|US7562122||29 oct. 2007||14 juil. 2009||Sonicwall, Inc.||Message classification using allowed items|
|US7577665||19 janv. 2006||18 août 2009||Jumptap, Inc.||User characteristic influenced search results|
|US7584215||20 févr. 2004||1 sept. 2009||Helsingin Kauppakoreakoulu||User-specific personalization of information services|
|US7624104||22 juin 2006||24 nov. 2009||Yahoo! Inc.||User-sensitive pagerank|
|US7624146||22 sept. 2000||24 nov. 2009||Alcatel||Method of manipulating an already sent e-mail and a corresponding server|
|US7634465||28 juil. 2006||15 déc. 2009||Microsoft Corporation||Indexing and caching strategy for local queries|
|US7657907||30 sept. 2002||2 févr. 2010||Sharp Laboratories Of America, Inc.||Automatic user profiling|
|US7681147||13 déc. 2005||16 mars 2010||Yahoo! Inc.||System for determining probable meanings of inputted words|
|US7725492||26 déc. 2006||25 mai 2010||Facebook, Inc.||Managing information about relationships in a social network via a social timeline|
|US7729901||13 déc. 2005||1 juin 2010||Yahoo! Inc.||System for classifying words|
|US7769740||21 déc. 2007||3 août 2010||Yahoo! Inc.||Systems and methods of ranking attention|
|US7769745||15 déc. 2006||3 août 2010||Yahoo! Inc.||Visualizing location-based datasets using “tag maps”|
|US7783622||3 oct. 2006||24 août 2010||Aol Inc.||Identification of electronic content significant to a user|
|US7792040||30 juil. 2008||7 sept. 2010||Yahoo! Inc.||Bandwidth and cost management for ad hoc networks|
|US7802724||20 déc. 2002||28 sept. 2010||Steven Paul Nohr||Identifications and communications methods|
|US7822871||30 sept. 2002||26 oct. 2010||Level 3 Communications, Llc||Configurable adaptive global traffic control and management|
|US7831586||27 déc. 2006||9 nov. 2010||Ebay Inc.||System and method for application programming interfaces for keyword extraction and contextual advertisement generation|
|US7865308||28 déc. 2007||4 janv. 2011||Yahoo! Inc.||User-generated activity maps|
|US7925708||12 avr. 2011||Yahoo! Inc.||System and method for delivery of augmented messages|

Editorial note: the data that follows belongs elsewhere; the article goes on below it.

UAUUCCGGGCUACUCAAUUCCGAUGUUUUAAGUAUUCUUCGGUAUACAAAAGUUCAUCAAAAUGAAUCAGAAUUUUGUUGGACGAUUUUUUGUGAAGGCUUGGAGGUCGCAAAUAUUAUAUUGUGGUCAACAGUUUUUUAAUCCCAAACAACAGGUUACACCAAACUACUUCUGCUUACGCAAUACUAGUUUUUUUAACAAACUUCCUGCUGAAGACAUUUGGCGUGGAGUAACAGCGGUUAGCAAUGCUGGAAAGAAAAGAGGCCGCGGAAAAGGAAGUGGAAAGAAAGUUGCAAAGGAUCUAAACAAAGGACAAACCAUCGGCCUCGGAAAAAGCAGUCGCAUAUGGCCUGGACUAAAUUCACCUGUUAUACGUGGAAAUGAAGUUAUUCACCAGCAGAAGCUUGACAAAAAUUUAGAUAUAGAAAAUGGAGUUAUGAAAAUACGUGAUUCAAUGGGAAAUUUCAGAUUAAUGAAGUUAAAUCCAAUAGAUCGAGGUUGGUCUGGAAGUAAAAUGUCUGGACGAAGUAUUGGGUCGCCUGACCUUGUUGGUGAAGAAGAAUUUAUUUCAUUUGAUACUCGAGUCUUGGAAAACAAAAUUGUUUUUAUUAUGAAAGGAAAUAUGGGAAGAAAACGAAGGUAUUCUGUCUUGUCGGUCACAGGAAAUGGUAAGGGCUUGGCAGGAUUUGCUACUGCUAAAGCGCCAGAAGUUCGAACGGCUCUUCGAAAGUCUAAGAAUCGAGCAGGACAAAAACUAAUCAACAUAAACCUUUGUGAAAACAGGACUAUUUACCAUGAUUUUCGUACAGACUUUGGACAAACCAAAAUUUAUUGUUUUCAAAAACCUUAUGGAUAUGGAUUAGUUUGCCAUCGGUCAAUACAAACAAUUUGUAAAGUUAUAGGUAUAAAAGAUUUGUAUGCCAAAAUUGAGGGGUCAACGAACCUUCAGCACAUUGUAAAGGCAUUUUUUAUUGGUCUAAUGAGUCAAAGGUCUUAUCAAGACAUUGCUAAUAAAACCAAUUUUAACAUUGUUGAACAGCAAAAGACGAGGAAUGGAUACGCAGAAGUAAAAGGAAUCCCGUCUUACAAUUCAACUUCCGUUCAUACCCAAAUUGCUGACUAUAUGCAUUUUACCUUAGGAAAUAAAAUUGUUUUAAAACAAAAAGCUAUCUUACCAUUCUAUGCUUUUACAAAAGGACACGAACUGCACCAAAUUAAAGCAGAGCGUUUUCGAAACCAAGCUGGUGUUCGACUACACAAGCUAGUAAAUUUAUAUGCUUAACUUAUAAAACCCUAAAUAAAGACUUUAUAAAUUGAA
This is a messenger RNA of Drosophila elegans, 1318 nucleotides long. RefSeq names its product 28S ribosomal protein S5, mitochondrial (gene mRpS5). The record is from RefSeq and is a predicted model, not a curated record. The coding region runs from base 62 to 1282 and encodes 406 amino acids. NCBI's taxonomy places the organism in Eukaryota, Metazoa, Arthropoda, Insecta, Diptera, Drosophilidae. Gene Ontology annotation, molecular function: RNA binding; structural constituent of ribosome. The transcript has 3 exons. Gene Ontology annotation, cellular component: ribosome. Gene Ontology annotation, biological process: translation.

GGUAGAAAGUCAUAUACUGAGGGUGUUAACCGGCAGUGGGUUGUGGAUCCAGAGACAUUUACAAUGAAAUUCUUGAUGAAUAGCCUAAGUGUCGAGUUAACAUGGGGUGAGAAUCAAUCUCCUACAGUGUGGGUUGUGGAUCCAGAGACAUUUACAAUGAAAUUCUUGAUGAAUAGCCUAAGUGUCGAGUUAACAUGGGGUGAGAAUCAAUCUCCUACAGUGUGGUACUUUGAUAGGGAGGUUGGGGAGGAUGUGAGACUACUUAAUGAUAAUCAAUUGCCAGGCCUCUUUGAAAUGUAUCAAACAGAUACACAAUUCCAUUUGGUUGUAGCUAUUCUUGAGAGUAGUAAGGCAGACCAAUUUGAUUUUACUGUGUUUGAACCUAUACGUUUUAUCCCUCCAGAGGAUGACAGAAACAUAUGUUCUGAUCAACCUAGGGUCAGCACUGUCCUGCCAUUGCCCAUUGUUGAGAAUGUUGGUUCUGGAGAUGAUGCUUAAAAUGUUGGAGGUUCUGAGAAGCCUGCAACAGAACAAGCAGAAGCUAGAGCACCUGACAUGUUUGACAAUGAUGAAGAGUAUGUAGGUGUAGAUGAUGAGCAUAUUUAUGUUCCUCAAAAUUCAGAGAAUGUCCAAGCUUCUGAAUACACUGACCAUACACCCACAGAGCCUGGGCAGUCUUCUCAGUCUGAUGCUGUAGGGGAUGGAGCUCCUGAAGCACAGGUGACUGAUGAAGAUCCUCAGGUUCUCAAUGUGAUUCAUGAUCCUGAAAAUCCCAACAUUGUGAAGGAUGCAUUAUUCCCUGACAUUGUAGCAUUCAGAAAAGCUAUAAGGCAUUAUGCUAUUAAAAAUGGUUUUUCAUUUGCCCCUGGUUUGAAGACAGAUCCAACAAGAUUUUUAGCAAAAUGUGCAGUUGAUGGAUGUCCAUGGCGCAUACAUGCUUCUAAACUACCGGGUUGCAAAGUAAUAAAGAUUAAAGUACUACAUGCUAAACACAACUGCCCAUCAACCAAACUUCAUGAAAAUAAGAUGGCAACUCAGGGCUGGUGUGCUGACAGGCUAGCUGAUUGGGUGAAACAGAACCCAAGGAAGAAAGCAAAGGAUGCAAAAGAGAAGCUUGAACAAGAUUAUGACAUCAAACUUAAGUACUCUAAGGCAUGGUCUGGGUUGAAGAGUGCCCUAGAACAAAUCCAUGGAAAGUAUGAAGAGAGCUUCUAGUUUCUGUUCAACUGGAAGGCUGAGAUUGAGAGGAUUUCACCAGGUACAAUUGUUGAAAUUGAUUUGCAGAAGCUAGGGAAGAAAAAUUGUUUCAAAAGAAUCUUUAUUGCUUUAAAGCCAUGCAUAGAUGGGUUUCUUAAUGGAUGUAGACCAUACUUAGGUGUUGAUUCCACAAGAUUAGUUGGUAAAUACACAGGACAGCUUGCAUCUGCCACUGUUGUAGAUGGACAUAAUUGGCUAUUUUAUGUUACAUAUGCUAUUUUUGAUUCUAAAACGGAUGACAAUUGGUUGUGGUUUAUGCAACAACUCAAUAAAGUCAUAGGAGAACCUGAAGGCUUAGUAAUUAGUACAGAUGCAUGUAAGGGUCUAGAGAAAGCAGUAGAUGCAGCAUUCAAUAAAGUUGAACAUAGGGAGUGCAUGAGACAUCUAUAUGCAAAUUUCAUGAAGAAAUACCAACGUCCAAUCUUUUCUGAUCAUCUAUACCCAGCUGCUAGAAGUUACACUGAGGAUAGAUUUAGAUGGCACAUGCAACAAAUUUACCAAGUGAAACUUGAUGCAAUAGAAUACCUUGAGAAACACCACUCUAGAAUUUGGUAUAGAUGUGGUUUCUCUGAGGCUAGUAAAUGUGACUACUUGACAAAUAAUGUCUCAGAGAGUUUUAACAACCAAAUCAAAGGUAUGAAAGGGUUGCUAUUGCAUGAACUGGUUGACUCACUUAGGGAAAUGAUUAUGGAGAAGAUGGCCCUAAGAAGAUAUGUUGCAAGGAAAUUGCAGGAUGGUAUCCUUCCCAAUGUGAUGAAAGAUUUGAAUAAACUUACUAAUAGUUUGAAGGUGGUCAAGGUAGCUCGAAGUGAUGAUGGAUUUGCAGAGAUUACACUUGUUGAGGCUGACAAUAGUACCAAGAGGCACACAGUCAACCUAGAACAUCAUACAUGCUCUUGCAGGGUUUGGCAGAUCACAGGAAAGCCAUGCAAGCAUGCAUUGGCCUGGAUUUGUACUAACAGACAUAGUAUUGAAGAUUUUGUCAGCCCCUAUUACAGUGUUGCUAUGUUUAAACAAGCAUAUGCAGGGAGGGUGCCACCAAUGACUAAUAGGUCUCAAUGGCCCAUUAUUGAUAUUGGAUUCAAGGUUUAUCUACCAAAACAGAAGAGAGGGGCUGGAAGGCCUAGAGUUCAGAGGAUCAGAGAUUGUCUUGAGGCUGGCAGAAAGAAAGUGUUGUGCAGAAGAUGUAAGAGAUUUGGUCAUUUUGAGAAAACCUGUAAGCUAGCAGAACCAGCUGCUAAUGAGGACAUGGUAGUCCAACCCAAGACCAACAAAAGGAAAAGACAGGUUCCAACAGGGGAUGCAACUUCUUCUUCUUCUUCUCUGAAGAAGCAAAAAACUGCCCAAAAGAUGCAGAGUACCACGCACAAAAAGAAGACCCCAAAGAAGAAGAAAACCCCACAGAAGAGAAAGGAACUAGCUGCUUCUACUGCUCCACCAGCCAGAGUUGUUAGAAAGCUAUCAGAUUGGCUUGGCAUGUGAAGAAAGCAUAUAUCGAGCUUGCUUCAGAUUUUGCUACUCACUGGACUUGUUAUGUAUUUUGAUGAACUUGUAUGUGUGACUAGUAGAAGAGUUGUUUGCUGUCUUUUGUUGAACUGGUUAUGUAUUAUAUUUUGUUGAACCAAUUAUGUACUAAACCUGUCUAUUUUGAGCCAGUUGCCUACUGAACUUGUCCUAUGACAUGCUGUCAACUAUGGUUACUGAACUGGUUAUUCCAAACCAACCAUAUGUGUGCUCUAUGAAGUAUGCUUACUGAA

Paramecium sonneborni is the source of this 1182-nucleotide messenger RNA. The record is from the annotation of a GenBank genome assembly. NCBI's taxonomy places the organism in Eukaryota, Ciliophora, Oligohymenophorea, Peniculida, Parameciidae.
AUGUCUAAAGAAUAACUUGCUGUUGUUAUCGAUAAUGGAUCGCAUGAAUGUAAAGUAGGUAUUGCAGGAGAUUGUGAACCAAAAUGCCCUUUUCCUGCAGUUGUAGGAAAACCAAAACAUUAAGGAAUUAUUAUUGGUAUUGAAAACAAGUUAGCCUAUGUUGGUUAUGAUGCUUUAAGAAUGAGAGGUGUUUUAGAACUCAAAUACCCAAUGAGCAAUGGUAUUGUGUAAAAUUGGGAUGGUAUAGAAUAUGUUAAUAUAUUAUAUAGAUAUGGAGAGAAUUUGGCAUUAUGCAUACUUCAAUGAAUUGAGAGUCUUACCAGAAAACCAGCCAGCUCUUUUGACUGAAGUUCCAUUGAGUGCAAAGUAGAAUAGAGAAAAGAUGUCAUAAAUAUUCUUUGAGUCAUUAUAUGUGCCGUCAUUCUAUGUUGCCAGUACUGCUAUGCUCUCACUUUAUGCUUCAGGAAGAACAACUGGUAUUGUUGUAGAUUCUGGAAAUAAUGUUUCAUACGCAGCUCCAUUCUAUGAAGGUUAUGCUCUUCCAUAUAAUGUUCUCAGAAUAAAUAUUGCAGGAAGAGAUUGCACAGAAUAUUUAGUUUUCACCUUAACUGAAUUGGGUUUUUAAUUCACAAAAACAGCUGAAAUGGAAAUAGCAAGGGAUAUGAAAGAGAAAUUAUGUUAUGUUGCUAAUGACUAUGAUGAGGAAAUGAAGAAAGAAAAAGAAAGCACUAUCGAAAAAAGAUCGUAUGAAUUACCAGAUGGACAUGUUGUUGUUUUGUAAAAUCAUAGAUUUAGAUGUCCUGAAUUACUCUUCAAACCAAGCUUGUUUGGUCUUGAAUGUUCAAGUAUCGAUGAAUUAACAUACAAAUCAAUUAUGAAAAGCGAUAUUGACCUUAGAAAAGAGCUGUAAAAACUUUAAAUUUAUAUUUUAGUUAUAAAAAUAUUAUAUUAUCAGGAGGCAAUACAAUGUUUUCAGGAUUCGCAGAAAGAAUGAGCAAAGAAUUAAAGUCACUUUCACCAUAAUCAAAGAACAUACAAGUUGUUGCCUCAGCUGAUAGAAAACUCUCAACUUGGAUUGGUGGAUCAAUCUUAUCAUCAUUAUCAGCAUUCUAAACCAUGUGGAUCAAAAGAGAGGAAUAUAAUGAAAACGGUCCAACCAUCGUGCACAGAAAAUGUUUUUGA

|US20010013009||19 mai 1998||9 août 2001||Daniel R. Greening||System and method for computer-based marketing|
|US20010035880||6 mars 2001||1 nov. 2001||Igor Musatov||Interactive touch screen map device|
|US20010047384||29 nov. 2000||29 nov. 2001||John Croy||Methods and systems for providing personalized content over a network|
|US20010052058||23 févr. 1999||13 déc. 2001||Richard S. Ohran||Method and system for mirroring and archiving mass storage|
|US20020014742||25 juil. 2001||7 févr. 2002||Shelly Conte||Enhanced hide and seek game and method of playing same|
|US20020019849||16 juil. 2001||14 févr. 2002||Eldar Tuvey||Information communication system|
|US20020019857||9 févr. 2001||14 févr. 2002||Microsoft Corporation||System and method for accessing directory service via an HTTP URL|
|US20020023091||22 juin 2001||21 févr. 2002||Silberberg David P.||Architecture for distributed database information access|
|US20020023230||11 avr. 2001||21 févr. 2002||Bolnick David A.||System, method and computer program product for gathering and delivering personalized user information|
|US20020035605||16 mars 2001||21 mars 2002||Mcdowell Mark||Use of presence and location information concerning wireless subscribers for instant messaging and mobile commerce|
|US20020049968||8 juin 2001||25 avr. 2002||Wilson Daniel C.||Advertising delivery method|
|US20020052786||8 août 2001||2 mai 2002||Lg Electronics Inc.||Informative system based on user's position and operating method thereof|
|US20020052875||4 mai 2001||2 mai 2002||Smith Kurt R.||Method and apparatus for producing and accessing composite data using a device having a distributed communication controller interface|
|US20020054089||14 mars 2001||9 mai 2002||Nicholas Donald L.||Method of selecting content for a user|
|US20020065844||30 nov. 2000||30 mai 2002||Rich Robinson||Metadata internet platform for enabling customization of tags in digital images|
|US20020069218||23 juil. 2001||6 juin 2002||Sanghoon Sull||System and method for indexing, searching, identifying, and editing portions of electronic multimedia files|
|US20020099695||8 juin 2001||25 juil. 2002||Abajian Aram Christian||Internet streaming media workflow architecture|
|US20020103870||30 août 2001||1 août 2002||Fujitsu Limited||Computer program and method for sending recipient-oriented electronic mail messages|
|US20020111956||17 sept. 2001||15 août 2002||Boon-Lock Yeo||Method and apparatus for self-management of content across multiple storage systems|